4. Easter is not the celebration of the cost of sin, but of its end.  If you see glimpses of the face of Christ behind the veil, looking between the snow-white petals of the lilies you have received and given as your gift, you will behold your brother’s face and recognize it.  I was a stranger and you took me in, not knowing who I was.  Yet for your gift of lilies you will know.  In your forgiveness of this stranger, alien to you and yet your ancient Friend, lies his release and your redemption with him.  The time of Easter is a time of joy, and not of mourning.  Look on your risen Friend, and celebrate his holiness along with me.  For Easter is the time of your salvation, along with mine.[1]

Let us celebrate Easter everyday for we celebrate not the death of Christ as the cost of sin, but the resurrection of Christ as the end of sin.  While this may seem at first to be a strange twist on our original interpretation of the crucifixion and resurrection of Christ, let us remember that God is our Father and we His Son, the Christ, for Jesus as Christ stands for the Sonship of God.  Whatever the ego has planned for our fleshly bodies is an attempt to kill us, to strip us of our divinity, to humiliate us and make us grovel and plead to die another day and in another way.  When we brood upon the crucifixion and use the cross as a means to keep people guilty and enslaved to thoughts of sin, shame, and sacrifice, we are denying salvation to Christ.  We are denying the Fatherhood of God and the Sonship of Christ His Son.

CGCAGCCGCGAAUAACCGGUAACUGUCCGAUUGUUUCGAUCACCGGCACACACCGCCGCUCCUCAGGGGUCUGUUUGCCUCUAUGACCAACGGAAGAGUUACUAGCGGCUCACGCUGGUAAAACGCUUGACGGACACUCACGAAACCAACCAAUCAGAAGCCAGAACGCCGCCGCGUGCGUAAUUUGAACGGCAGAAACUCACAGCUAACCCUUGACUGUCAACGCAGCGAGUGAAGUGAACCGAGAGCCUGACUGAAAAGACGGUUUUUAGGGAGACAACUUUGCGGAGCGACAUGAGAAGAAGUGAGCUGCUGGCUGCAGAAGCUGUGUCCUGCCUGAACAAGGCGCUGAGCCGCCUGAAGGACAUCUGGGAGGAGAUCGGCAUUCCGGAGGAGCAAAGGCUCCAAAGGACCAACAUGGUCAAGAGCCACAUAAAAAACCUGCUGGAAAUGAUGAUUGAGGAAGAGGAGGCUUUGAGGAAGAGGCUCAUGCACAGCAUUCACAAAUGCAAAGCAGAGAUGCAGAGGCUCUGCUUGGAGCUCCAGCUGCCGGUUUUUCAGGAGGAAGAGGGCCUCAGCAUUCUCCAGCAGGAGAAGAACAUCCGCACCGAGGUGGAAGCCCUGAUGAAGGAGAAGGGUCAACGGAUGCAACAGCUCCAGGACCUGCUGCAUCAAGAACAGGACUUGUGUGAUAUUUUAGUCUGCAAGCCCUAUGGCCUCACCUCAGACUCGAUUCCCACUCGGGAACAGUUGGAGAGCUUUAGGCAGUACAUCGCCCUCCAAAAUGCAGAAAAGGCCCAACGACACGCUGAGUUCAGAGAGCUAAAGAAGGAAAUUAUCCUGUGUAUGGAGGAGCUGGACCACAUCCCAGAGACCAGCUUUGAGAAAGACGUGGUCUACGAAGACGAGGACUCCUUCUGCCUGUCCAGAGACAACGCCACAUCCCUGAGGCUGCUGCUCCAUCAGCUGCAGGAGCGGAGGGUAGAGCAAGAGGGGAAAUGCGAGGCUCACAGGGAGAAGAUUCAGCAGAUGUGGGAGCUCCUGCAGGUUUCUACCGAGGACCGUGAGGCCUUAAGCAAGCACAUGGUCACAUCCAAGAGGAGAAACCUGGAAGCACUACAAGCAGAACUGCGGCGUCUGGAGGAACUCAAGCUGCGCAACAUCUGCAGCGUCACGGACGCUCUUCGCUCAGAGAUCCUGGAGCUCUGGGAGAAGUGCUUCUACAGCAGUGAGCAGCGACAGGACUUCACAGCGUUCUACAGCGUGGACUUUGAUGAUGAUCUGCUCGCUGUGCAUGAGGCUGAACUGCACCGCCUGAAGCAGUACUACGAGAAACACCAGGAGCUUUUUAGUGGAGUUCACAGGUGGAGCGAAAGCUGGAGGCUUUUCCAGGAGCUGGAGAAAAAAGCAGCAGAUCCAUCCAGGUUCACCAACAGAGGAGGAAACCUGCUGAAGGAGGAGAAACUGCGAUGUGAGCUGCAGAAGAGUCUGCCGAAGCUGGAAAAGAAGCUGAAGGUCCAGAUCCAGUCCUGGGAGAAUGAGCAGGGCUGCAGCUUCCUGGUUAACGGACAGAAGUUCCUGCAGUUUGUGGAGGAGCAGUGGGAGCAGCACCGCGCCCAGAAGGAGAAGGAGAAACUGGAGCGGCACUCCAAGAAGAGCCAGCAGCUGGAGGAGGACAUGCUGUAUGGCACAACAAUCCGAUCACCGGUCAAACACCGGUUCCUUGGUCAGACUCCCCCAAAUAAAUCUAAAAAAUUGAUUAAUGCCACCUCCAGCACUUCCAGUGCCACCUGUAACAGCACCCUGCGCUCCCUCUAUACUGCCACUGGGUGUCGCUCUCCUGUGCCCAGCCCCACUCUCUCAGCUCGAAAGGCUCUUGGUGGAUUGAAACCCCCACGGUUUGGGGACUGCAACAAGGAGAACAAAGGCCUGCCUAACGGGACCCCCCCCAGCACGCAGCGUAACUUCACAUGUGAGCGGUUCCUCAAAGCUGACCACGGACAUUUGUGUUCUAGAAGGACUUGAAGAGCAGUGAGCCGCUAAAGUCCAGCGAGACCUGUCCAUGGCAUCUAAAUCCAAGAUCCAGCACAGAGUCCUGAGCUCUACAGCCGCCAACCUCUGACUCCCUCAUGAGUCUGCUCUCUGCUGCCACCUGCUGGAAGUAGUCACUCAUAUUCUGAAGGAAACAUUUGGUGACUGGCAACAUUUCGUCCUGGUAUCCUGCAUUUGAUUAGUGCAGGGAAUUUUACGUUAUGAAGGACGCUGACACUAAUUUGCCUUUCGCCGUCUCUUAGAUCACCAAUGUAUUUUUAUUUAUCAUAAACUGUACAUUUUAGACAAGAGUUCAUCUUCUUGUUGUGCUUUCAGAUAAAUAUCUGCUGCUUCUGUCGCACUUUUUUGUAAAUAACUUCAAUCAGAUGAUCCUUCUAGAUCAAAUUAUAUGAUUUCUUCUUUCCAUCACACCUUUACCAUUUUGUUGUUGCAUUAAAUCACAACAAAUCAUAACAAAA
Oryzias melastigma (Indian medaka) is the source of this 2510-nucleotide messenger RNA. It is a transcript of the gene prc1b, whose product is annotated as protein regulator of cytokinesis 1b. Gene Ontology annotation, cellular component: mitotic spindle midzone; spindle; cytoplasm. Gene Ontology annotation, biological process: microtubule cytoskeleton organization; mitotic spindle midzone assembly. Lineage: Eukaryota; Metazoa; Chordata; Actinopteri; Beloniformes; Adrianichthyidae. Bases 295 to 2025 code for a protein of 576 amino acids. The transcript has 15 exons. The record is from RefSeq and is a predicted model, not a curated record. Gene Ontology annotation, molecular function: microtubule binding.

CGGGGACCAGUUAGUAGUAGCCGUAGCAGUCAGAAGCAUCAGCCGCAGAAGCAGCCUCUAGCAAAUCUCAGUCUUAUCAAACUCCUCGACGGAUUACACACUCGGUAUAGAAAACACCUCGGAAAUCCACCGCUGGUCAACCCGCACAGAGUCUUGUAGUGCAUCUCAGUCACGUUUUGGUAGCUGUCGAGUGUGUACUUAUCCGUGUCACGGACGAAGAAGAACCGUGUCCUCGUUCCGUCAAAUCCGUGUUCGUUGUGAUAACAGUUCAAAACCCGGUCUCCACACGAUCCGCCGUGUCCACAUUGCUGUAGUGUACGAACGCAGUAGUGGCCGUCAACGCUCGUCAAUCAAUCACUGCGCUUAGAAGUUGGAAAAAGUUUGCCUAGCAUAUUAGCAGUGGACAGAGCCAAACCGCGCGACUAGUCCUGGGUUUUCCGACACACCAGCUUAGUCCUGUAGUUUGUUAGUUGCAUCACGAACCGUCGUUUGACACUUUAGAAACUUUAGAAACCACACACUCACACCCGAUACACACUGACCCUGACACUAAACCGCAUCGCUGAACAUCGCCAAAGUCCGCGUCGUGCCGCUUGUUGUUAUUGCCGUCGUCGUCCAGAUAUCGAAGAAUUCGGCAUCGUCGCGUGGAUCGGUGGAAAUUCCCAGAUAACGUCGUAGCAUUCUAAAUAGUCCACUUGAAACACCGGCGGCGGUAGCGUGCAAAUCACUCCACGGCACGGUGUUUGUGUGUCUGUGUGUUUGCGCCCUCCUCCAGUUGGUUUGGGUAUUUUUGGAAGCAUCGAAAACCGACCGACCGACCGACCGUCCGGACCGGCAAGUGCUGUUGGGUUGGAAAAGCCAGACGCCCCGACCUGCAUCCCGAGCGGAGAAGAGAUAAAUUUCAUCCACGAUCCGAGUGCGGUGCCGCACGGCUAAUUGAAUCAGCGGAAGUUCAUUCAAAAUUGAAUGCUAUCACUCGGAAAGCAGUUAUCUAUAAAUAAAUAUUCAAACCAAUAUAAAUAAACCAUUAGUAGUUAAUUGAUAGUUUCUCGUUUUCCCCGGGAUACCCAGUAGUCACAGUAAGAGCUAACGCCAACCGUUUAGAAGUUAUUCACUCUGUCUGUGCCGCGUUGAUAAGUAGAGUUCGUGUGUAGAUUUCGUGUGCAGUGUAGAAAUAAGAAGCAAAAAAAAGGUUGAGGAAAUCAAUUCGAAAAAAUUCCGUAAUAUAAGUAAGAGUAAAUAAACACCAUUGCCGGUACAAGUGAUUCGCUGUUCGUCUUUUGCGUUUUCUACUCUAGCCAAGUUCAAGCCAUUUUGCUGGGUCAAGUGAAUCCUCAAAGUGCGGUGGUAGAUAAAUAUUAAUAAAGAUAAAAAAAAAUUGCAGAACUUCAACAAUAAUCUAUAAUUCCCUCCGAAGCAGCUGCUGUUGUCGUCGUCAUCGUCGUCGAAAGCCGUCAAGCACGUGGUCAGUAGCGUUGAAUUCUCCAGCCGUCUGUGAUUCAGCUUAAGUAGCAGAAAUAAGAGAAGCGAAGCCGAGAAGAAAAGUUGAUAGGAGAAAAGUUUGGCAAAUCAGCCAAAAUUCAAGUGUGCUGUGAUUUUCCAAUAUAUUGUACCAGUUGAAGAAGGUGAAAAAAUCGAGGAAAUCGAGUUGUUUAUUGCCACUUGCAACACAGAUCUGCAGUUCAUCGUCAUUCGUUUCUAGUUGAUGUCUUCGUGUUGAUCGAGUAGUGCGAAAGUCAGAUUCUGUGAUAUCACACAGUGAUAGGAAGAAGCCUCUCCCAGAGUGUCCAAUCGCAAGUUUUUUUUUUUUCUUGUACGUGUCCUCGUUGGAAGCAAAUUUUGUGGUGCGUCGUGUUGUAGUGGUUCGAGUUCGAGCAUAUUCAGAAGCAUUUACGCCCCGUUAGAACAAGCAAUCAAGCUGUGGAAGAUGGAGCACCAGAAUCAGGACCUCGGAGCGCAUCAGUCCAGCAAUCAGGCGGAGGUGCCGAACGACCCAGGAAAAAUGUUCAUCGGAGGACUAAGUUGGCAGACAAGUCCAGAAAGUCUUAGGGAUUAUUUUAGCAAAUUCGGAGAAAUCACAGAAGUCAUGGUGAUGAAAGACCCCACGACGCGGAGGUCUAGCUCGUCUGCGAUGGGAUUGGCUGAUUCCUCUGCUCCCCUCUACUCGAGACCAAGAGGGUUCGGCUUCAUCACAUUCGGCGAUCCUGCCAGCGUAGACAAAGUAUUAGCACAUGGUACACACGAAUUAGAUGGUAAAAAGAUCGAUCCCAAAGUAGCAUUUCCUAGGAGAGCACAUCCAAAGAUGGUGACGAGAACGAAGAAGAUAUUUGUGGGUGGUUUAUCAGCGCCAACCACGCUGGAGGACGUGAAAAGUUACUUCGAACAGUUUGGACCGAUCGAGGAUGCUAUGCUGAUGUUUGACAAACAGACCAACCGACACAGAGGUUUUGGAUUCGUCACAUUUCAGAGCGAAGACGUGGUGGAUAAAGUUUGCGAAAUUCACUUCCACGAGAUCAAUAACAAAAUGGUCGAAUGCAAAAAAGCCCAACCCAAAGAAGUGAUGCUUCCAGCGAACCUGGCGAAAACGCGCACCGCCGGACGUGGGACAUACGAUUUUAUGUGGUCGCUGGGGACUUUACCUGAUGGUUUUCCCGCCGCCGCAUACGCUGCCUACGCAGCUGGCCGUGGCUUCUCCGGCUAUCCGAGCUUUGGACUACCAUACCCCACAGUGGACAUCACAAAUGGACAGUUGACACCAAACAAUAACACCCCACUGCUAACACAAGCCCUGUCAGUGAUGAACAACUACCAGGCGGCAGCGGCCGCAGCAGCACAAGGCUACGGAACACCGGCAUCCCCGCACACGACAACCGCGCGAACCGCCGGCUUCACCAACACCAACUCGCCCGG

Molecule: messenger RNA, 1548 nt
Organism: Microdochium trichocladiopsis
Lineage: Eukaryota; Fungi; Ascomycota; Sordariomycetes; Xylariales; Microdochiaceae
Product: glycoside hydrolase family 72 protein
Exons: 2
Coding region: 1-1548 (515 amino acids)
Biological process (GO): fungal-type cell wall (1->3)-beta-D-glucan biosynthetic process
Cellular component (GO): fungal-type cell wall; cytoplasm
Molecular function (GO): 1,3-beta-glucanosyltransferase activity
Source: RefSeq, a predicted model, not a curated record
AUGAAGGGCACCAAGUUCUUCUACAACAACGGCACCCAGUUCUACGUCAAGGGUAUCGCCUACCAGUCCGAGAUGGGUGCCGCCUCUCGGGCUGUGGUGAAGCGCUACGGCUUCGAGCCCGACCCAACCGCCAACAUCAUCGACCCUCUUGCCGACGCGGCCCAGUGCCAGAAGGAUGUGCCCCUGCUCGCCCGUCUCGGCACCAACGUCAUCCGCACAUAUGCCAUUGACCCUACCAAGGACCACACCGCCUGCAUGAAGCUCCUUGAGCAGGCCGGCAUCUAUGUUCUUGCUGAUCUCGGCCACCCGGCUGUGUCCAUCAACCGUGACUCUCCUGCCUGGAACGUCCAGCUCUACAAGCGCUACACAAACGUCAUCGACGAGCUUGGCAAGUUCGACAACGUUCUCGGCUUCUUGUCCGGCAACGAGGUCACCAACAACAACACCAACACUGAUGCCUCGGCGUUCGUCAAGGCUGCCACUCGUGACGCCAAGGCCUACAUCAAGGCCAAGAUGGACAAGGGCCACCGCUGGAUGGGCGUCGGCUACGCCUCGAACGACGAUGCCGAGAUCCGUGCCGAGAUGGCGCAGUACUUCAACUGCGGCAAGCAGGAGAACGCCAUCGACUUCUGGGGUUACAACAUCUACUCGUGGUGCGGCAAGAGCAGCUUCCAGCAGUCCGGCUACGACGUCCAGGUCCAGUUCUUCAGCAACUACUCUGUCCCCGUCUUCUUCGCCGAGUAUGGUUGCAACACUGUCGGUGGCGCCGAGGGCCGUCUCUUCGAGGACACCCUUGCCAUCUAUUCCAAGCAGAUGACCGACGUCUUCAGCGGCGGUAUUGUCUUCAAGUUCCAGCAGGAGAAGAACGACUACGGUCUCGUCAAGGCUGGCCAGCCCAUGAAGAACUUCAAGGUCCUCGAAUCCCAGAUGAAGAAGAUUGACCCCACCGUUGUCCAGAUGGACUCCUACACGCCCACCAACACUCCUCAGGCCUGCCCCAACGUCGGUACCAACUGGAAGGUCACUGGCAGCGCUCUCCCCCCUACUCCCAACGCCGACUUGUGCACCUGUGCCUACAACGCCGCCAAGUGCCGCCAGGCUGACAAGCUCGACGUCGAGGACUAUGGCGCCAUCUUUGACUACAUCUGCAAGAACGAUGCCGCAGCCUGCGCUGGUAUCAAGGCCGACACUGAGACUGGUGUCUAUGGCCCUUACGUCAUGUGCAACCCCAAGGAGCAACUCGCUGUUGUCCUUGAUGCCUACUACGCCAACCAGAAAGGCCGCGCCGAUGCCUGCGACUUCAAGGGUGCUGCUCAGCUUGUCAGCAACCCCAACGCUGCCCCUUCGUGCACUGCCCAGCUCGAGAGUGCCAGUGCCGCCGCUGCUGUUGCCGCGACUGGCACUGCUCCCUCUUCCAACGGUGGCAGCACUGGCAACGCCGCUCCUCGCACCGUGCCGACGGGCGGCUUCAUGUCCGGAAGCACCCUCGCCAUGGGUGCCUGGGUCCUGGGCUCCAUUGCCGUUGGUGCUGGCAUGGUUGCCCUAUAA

Our salvation rests upon our willingness to see each other as sinless, spotless, and pure.  Our salvation rests upon our holy faith and trust in one another as we would have holy faith and trust in God our Father.  Until we recognize and teach the God in me and the God in you could not allow the ego to triumph over any part of Creation – we continue to dream the mad dream and crucify the Christ.  We continue to believe that our little mounds of flesh and our strutting little egos can perform deeds that would earn our way back to the Love of God or keep us apart from the Love of God.  When we believe that our flesh is sinful and deserves to be shamed, humiliated, and sacrificed as a means of pleasing God, we deny God’s love and devotion to us.  We accept the ego’s religion that calls for bloodshed, for punishment rather than correction.